If you've been good at saving money, you know that it hasn't been earning much interest anyway. But does taking out that bank check or fat wad of bills make you look like a smart high-roller, or just stupid?
As we've found in looking at the numbers, and some potential situations, it's a complex decision, and you really need to run your own numbers and consider whether paying cash is even an option.
Cash gets no love at the dealership
If want to pay cash for an affordable car, you're likely to be given alien stares around the dealership. That's because some dealerships expect to earn hundreds—in some cases thousands—of dollars per loan written. In any car, make sure you talk about financing after a price has been agreed upon.
As Jesse Toprak, vice president for industry trends at the pricing-intelligence firm TrueCar, points out, if you're not careful and accidentally disclose that you'll be paying cash, you might end up paying hundreds more for the vehicle.
And paying cash for a mainstream vehicle is quite rare. Among mass-market brands, well under ten percent, typically, pay cash on a new car. The brands least often bought with cash include Chrysler, Kia, Ford, Nissan, Dodge, Toyota, and Chevrolet. For each of those brands, less than six percent of all buyers pay cash.
Honda stands out among full-line, mass-market brands in that 12 percent of its buyers pay cash.
Luxury shoppers pay cash much more often
Among high-end luxury and performance vehicles, a much higher percentage pay cash. About a quarter of all Porsche buyers pay cash for their vehicles—some of them, like the 2011 Porsche Cayenne Turbo, costing more than $100,000. Sixteen percent of Mercedes-Benz buyers plunk down big cashier's check, while Jaguar and Cadillac follow at 14 percent, and 13 percent of those buying a BMW skip the financing.
Money, money, money
So why do the high-rollers—who you would assume, in many cases, got where they are because of smart money management—pay cash more often?
Toprak says that most of the people who pay cash can be summed up in two types: Older, wealthier customers who simply do not finance anything; and those who are financially ready to buy a new car—perhaps even a luxury car—but can't get financing.
For those affluent buyers, it's not necessarily the sound financial decision, as in some cases they could do better investing the money in such large amounts elsewhere. "But it's difficult to make an argument with these customers," said Toprak, who used to manage dealerships.
Resurgence in those bucking the bank
While the total portion of the new-car market paying cash has declined for the past 20 years, and especially over the past ten years, Toprak reports a resurgence of those paying cash over the past year or two due to the unavailability of credit.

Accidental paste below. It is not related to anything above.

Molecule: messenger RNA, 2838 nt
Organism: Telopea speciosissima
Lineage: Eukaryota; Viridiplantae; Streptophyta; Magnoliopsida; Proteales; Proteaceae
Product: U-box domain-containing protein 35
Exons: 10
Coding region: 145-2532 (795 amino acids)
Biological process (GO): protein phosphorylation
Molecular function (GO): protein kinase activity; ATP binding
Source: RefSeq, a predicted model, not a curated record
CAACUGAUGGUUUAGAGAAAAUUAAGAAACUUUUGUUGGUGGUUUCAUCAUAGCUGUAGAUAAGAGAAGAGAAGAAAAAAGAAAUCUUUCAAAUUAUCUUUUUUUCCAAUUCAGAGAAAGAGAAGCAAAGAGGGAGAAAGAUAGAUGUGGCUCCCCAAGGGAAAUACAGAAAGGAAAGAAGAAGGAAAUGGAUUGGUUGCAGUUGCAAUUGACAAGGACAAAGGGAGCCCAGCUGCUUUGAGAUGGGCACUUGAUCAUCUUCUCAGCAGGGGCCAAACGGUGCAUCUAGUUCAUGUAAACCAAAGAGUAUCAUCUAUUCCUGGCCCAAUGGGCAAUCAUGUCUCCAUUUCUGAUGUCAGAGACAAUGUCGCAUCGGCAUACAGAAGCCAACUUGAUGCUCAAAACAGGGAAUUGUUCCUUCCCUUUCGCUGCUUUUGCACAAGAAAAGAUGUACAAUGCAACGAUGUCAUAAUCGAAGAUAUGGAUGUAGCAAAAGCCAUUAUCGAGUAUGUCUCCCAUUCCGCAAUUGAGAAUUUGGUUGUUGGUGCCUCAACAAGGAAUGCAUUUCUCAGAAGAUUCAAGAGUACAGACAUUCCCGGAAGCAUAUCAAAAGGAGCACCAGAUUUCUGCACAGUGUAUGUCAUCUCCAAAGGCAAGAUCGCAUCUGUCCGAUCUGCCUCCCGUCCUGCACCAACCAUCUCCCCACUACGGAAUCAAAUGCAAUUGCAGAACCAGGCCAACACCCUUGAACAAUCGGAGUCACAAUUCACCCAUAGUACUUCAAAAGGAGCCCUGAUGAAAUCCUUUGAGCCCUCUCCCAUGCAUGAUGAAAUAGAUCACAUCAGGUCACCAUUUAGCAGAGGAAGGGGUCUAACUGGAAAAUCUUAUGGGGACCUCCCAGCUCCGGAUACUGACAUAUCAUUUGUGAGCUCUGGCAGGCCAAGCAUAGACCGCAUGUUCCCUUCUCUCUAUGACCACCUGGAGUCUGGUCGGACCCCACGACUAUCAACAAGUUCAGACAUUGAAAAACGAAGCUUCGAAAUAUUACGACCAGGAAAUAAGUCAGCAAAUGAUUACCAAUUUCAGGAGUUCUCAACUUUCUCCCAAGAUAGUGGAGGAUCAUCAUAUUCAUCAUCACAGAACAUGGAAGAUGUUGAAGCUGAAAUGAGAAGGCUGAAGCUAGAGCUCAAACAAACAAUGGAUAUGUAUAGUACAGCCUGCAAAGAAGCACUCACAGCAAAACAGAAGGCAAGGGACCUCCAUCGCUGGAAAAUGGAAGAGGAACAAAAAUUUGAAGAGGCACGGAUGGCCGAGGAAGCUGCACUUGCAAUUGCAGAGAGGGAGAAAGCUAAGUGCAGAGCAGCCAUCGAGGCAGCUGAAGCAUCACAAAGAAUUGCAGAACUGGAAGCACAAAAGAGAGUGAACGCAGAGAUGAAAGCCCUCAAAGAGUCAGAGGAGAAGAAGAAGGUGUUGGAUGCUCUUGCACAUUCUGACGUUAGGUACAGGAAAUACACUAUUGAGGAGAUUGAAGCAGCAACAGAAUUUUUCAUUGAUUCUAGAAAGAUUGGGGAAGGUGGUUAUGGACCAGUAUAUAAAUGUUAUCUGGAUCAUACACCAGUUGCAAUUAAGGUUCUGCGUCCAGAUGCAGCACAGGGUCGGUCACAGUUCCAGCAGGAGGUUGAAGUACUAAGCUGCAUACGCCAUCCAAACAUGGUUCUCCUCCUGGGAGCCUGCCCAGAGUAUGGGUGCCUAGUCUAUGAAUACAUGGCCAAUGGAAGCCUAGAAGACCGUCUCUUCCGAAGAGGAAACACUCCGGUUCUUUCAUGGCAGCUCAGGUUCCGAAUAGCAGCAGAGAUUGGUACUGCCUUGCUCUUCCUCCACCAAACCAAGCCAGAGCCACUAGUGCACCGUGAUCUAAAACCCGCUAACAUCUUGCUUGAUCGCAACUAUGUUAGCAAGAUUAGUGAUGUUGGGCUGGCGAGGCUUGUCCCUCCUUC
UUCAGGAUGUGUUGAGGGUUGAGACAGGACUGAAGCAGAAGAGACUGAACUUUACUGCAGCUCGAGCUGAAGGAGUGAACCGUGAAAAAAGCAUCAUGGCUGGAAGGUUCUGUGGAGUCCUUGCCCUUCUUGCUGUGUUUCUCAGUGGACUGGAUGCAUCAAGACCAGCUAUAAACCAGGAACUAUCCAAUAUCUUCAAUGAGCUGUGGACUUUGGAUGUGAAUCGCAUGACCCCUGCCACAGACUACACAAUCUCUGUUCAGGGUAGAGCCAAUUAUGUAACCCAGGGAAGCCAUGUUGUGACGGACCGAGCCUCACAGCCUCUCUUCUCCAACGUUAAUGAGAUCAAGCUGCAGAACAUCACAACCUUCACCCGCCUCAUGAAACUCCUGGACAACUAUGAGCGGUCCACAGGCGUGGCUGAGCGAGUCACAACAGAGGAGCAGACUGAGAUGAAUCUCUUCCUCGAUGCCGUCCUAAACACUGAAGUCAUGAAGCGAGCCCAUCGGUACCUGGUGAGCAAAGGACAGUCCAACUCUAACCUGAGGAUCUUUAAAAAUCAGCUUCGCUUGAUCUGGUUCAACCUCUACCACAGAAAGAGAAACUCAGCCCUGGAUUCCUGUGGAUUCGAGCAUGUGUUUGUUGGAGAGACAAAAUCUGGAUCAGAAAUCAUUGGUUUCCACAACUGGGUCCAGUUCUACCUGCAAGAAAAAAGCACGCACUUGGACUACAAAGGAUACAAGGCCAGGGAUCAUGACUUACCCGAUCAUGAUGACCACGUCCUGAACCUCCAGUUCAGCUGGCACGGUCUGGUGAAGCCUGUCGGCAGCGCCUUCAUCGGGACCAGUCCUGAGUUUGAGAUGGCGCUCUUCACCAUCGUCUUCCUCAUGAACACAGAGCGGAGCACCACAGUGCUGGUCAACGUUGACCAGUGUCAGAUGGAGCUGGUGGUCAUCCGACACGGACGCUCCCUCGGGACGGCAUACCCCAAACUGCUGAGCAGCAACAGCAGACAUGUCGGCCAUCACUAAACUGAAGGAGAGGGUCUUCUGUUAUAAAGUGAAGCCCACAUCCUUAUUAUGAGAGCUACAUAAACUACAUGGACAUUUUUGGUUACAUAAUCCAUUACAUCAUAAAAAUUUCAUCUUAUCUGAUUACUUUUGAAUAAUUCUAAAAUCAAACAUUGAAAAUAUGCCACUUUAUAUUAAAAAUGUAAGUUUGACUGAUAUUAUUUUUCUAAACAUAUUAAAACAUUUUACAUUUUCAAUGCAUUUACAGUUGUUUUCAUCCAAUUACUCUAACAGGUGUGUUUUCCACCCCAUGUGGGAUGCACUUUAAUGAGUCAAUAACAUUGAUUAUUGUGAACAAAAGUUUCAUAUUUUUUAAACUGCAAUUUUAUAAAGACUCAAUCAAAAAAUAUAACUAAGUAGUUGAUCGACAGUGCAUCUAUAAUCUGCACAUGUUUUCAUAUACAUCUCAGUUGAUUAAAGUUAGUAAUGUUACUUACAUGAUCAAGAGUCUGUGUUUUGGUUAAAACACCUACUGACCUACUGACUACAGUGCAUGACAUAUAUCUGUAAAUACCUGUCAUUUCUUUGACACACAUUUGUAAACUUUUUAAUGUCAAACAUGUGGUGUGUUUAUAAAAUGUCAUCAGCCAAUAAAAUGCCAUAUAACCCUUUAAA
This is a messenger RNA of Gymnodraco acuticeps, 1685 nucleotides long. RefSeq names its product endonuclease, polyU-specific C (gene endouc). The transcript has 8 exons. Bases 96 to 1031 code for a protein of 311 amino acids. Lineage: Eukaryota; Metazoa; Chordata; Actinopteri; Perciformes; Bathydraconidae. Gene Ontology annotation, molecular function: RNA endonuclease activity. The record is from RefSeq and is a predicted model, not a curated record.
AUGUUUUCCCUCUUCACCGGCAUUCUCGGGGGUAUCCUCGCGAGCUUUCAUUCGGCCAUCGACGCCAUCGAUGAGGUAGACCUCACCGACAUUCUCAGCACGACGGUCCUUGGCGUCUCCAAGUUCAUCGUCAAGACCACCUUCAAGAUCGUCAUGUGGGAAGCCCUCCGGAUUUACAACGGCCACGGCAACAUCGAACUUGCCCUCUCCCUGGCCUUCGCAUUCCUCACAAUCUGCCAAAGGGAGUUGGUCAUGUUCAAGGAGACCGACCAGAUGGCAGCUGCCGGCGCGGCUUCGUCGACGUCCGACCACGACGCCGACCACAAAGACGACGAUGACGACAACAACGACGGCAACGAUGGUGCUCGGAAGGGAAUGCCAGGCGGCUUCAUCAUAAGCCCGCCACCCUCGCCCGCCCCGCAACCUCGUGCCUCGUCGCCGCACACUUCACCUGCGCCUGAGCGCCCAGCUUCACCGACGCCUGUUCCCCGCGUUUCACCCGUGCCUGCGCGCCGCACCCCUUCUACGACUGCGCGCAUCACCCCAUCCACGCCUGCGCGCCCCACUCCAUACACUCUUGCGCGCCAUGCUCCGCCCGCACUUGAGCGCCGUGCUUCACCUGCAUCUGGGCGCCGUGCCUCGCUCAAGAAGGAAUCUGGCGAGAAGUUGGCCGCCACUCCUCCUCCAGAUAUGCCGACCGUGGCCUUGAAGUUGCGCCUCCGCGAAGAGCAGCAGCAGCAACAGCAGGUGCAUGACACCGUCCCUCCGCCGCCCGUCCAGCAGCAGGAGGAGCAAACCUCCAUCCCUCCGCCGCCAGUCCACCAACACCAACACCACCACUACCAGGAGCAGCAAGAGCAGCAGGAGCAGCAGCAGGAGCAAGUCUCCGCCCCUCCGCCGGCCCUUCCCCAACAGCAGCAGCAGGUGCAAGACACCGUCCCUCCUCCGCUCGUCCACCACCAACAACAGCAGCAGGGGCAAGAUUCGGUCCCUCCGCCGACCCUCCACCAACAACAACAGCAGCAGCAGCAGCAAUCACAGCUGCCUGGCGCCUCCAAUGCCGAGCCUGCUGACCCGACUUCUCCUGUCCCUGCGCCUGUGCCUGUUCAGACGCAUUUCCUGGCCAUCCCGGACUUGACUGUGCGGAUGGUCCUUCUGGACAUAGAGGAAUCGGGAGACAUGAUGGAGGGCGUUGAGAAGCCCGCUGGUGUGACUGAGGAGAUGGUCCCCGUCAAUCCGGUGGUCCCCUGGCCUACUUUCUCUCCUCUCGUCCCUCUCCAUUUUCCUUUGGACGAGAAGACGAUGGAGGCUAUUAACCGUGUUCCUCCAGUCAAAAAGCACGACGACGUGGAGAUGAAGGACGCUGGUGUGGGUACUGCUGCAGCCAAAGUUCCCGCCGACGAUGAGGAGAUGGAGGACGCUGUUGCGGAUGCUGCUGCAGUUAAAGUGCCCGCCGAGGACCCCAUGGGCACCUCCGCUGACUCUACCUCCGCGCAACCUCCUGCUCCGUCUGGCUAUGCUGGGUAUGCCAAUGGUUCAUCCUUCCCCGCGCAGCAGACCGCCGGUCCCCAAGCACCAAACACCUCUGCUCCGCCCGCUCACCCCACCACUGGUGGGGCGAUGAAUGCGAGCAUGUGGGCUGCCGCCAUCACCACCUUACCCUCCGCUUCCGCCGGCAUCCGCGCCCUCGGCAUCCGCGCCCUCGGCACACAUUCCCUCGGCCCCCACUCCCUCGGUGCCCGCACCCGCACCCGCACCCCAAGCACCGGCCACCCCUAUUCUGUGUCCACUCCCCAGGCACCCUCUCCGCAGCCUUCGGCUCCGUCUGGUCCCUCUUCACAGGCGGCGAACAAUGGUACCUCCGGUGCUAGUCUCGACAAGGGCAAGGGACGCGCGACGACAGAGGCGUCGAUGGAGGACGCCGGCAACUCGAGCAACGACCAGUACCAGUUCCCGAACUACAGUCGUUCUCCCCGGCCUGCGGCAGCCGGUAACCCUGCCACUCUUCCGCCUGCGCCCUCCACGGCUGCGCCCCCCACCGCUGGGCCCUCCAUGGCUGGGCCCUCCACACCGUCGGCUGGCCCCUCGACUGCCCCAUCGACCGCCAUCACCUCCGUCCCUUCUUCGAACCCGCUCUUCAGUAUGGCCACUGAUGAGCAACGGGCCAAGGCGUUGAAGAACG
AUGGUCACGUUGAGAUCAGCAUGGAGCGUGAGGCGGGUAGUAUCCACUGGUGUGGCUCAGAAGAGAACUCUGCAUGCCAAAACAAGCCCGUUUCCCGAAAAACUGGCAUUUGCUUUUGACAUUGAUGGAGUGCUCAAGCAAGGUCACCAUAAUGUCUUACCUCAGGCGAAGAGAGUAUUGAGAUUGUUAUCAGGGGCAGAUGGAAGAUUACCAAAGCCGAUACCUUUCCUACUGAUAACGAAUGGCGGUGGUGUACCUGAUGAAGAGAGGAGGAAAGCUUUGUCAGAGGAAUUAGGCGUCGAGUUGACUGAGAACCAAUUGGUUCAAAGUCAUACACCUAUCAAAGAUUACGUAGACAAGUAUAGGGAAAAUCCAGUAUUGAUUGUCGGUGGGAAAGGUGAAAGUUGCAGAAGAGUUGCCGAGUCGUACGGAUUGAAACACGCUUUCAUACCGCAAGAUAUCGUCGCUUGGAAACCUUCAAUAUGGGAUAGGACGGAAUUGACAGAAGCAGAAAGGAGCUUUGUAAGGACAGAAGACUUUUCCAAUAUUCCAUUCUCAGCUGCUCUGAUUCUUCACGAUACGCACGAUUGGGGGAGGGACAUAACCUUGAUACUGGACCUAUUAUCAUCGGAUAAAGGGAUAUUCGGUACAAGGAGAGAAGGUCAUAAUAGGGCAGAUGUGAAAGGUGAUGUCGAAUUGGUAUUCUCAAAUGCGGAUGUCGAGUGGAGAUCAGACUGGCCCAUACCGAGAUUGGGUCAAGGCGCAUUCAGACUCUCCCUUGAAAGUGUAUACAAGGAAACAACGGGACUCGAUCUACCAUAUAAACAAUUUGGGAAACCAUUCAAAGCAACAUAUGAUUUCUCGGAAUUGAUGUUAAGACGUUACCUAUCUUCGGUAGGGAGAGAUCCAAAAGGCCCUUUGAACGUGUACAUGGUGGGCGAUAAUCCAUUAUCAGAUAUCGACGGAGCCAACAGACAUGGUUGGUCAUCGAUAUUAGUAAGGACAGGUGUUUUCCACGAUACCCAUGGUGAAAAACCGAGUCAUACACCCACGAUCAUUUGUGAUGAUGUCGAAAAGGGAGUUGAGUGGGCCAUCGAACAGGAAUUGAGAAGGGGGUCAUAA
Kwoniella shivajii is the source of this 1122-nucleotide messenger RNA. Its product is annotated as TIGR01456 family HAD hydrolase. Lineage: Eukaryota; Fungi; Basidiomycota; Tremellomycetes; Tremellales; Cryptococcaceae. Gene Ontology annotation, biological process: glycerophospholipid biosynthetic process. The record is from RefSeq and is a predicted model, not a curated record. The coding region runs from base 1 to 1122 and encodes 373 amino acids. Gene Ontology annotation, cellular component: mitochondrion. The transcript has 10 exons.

Among those customers who can't get financing—or those who don't like the terms being offered to them—paying cash is sometimes seen as the only way. And increasingly so, whether it be immigrant families who haven't yet established enough credit, or those who have a foreclosure in their not-so-recent past, paying with a huge wad of cash is the only way—especially if you know to avoid certain unsavory subprime credit terms.
But some experts insist that you can almost always do better paying cash. "As long as your finance rate exceeds what you could receive from an alternative investment, it will make sense to pay cash for your vehicle," argued David Wurster, the president of Vincentric, a company that provides vehicle cost-of-ownership data.
The logic? With financing, you spend potentially thousands of extra dollars on interest, over time. On the other hand, handing over the full transaction price has its cons—namely, that those funds aren't available to invest or gain interest.
Right now, however, with low interest rates and low rates of return for other types of investment, there's about a 0.78-percent opportunity cost (about what you'd get with the money to be used toward the loan in a savings account), so it makes paying cash for a vehicle a much better deal than, say, five years ago.
Running the numbers: Cash makes more sense than a few years ago
Wurster calculated out the numbers for us (see the chart below) on a couple of models likely to be shopped by families watching their wallets: a 2010 Ford Fusion SE four-cylinder sedan, and a 2010 Hyundai Elantra Blue four-cylinder sedan. Using a typical 60-month loan at the going rate, about 6.13 percent, the results are surprising: Over five years, all else the same, you'll end up paying about $2,000 more on the $21,775 Fusion or $1,300 more on the $14,145 Elantra over the long run, just by financing rather than paying cash.
But of course, if you're a smart investor, you might be able to earn a lot more than 0.78 percent on the funds you have available.
Put simply, as long as your auto-finance rate exceeds what you could (or at least might) receive from an alternative investment, it will make sense to pay cash for your vehicle.
Of course there are lots of exceptions to the rule. Would you rather have that money free just in case? And what if interest rates or earnings on investments suddenly become much more attractive during the course of your loan? Not likely, but possible. And then there are other sweetheart incentives that knock money off the price only if you finance through an automaker's captive finance company. In that case—if there's a $1,500 incentive, for instance—it could pay off.
Although some will insist one way or the other, there's no single answer to whether paying cash is smart or not. Run your numbers thinking about what we've discussed, and decide for yourself.
See below for Vincentric's comparisons on financing for five years versus paying cash:
Ford Fusion SE and Hyundai Elantra Blue - cash vs financing - from Vincentric